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Malta's attractiveness for business bounces back after grey list removal

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Maltas attractiveness for business bounces back after grey list removalMalta's attractiveness for foreign direct investment has been given a boost by the country being taken off a global financial grey list earlier this year, according to a major annual business survey.

The EY Malta Attractiveness Index found that 58% of companies surveyed say Malta is currently attractive for business – an increase of 21 percentage points over last year's levels.

But attractiveness is still far below pre-2020 levels with businesses raising concerns about the possible impact of international tax policy developments and concerns with finding workers locally.

The study is the 18th annual attractiveness survey conducted among 120 foreign investors and companies in Malta by the business strategy and consulting firm.
This year’s data was collected in June, just after Malta was taken off the grey list.

Ronald Attard, EY Malta Country Managing Partner, told the Malta Future Realised Conference that the removal from the Financial Action Task Force list had "helped to restore investor sentiment".

"Although back on the right path, it is worth noting that at 58% it still falls short of the extremely high confidence levels Malta was reaching a few years ago.”

Corporate tax risks
As with previous years, investors found that Malta's corporate tax rate is the most attractive parameter for investing in the country (71%) and so also identified it as its biggest risk.

Some 58% of respondents saw changes in international tax law as the biggest risk to Malta’s attractiveness over the next three years.

“As in recent years, our strongpoint for FDI remains our tax regime," Attard said.

"Survey respondents are clearly aware of the risks of this changing. If our biggest pull factor is potentially coming to an end, what is our attractiveness offer going to be in a new global tax environment? We have a great social climate and telecommunications infrastructure, but is it going to be enough?”
The second largest risk to attractiveness identified by investors was skills shortages (54%) followed by banking challenges (38%), cost competitiveness (36%) and reputational concerns (36%). Only 5% believe the war in Ukraine will affect Malta’s FDI attractiveness.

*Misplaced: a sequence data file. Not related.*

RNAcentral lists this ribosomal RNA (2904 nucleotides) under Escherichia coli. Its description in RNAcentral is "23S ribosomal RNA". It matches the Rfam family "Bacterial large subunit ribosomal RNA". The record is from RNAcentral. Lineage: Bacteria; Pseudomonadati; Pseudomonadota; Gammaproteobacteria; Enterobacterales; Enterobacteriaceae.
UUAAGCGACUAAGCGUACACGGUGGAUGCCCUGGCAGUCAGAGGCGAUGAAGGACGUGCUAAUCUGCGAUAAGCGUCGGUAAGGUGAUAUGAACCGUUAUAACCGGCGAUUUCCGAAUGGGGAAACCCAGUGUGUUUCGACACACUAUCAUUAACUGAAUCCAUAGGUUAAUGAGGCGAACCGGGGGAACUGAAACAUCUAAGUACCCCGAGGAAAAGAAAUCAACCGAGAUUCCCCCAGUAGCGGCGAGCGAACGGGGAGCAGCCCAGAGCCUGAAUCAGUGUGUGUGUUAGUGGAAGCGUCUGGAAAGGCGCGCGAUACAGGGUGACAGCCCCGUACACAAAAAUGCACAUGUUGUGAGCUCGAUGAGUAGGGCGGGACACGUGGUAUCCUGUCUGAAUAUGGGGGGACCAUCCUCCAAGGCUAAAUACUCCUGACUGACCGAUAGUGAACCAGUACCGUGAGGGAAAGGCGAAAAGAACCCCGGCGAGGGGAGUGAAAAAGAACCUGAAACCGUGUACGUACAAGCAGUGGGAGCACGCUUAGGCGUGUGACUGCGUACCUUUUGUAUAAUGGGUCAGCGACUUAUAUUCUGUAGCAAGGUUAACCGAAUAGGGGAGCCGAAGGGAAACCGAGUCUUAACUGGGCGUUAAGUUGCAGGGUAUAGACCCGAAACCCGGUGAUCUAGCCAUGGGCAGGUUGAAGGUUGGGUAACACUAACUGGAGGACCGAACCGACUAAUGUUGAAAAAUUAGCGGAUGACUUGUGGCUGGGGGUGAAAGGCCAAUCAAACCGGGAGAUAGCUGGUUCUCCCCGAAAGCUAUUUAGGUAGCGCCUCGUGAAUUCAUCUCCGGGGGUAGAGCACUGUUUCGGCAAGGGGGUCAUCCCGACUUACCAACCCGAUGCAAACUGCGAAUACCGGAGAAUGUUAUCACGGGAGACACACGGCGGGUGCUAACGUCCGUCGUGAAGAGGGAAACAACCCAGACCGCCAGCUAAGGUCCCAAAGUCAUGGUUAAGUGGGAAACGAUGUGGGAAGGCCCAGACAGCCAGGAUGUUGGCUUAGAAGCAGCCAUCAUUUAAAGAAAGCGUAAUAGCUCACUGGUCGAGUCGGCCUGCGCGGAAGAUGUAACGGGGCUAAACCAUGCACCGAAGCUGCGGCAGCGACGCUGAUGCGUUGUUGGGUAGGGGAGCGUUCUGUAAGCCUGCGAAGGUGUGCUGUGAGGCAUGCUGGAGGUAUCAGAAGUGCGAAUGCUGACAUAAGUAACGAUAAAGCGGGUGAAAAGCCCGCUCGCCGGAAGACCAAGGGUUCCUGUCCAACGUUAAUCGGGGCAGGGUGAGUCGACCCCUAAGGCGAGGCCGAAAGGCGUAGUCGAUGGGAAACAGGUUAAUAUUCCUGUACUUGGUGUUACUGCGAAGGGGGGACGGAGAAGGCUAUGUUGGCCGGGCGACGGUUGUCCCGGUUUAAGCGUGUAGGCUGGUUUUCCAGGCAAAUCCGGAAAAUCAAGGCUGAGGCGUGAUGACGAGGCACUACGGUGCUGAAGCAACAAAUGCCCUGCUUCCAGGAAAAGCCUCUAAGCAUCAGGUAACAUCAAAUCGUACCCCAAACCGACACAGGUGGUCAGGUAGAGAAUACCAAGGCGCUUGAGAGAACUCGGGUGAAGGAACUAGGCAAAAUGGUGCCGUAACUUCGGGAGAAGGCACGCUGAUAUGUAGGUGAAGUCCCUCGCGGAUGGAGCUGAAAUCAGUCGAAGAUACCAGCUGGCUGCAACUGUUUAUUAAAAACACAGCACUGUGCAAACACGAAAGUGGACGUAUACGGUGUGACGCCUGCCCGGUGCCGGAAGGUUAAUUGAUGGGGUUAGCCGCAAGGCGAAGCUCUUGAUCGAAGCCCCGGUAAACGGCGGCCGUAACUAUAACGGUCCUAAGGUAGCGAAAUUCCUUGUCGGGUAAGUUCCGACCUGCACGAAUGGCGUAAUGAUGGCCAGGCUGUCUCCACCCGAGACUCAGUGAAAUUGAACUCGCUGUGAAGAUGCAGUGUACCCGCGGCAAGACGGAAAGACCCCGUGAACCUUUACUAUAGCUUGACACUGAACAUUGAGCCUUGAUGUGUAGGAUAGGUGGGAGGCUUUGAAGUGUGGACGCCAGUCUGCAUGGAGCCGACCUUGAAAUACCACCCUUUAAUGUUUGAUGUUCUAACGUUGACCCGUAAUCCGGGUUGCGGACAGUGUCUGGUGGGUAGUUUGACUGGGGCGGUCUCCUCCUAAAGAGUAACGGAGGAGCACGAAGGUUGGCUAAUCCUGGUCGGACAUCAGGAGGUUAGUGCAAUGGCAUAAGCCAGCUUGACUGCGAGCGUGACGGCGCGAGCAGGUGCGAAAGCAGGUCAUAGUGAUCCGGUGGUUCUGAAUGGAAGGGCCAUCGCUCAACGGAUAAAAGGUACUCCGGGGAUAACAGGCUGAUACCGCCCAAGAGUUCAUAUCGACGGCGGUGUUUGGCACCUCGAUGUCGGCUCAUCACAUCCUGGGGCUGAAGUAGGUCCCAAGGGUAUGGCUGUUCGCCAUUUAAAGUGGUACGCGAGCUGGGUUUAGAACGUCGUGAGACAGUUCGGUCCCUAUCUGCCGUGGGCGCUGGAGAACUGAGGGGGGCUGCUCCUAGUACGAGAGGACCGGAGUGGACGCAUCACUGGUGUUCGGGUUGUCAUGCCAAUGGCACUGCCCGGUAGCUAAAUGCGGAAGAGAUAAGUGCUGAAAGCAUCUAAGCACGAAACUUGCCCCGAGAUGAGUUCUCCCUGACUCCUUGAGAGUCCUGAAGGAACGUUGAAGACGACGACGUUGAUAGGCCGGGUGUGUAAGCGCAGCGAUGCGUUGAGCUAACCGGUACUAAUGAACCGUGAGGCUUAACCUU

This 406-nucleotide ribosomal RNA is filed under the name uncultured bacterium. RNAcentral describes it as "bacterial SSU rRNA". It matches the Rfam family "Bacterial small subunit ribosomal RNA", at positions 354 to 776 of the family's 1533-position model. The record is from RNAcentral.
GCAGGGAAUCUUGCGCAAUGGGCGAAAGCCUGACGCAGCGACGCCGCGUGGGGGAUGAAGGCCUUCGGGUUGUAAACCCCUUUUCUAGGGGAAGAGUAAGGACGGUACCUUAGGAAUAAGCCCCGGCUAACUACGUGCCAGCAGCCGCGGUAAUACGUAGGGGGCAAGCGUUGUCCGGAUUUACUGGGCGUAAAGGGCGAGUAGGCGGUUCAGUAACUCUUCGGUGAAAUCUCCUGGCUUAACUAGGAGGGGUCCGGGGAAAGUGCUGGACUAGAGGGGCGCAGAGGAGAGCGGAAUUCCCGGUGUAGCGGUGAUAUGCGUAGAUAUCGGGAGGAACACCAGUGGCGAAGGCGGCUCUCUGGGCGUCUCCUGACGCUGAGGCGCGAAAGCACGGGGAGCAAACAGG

Attard said the natural reaction to concerns about skills shortages and labour costs would be to try to bring in more people to the country.

"But with the island being so small, with bottlenecks in infrastructure cropping up and virtually full employment, is that the wisest of moves? Especially if we are trying to look beyond GDP as a measure of success and instead champion a better quality of life for our inhabitants.”

The attractiveness of labour costs (35%) saw the biggest decline, with a 12 percentage point decrease, followed by local labour skills level (40%), which decreased by 10 percentage points, and flexibility of labour legislation (41%), which decreased by 4 percentage points, the study showed.
The study also found that the country has been unable to keep up with the increasing demand for specialised skills. 66% of companies reported not being able to find the specialised skills they needed in the local labour market.

“However, this is a slight improvement on the last year, which indicates that the challenge is being tackled on several fronts and, positively, not worsening further,” the study said.

Long-term future
The majority, 69% of companies surveyed, believe their long-term future is in Malta, although the figure has been slowly declining over the past years. And almost half of the companies have some form of expansion plans for the coming year.

“The stability and transparency of the political, legal and regulatory environment, a parameter that used to score highly on Malta’s attractiveness scoreboard, is now seen to be attractive by 31% of respondents, up 14 percentage points from 2021,” the study said.

“While 41% still state that it is not attractive, this compares with 64% in 2021, at the time of Malta's greylisting.”

Companies said they are suffering the largest impact on their financial performance due to increased costs brought about by the pandemic and the increased operating costs due to inflation following the war in Ukraine.

29% are experiencing a loss of revenue from source markets as a direct result of the war in Ukraine.




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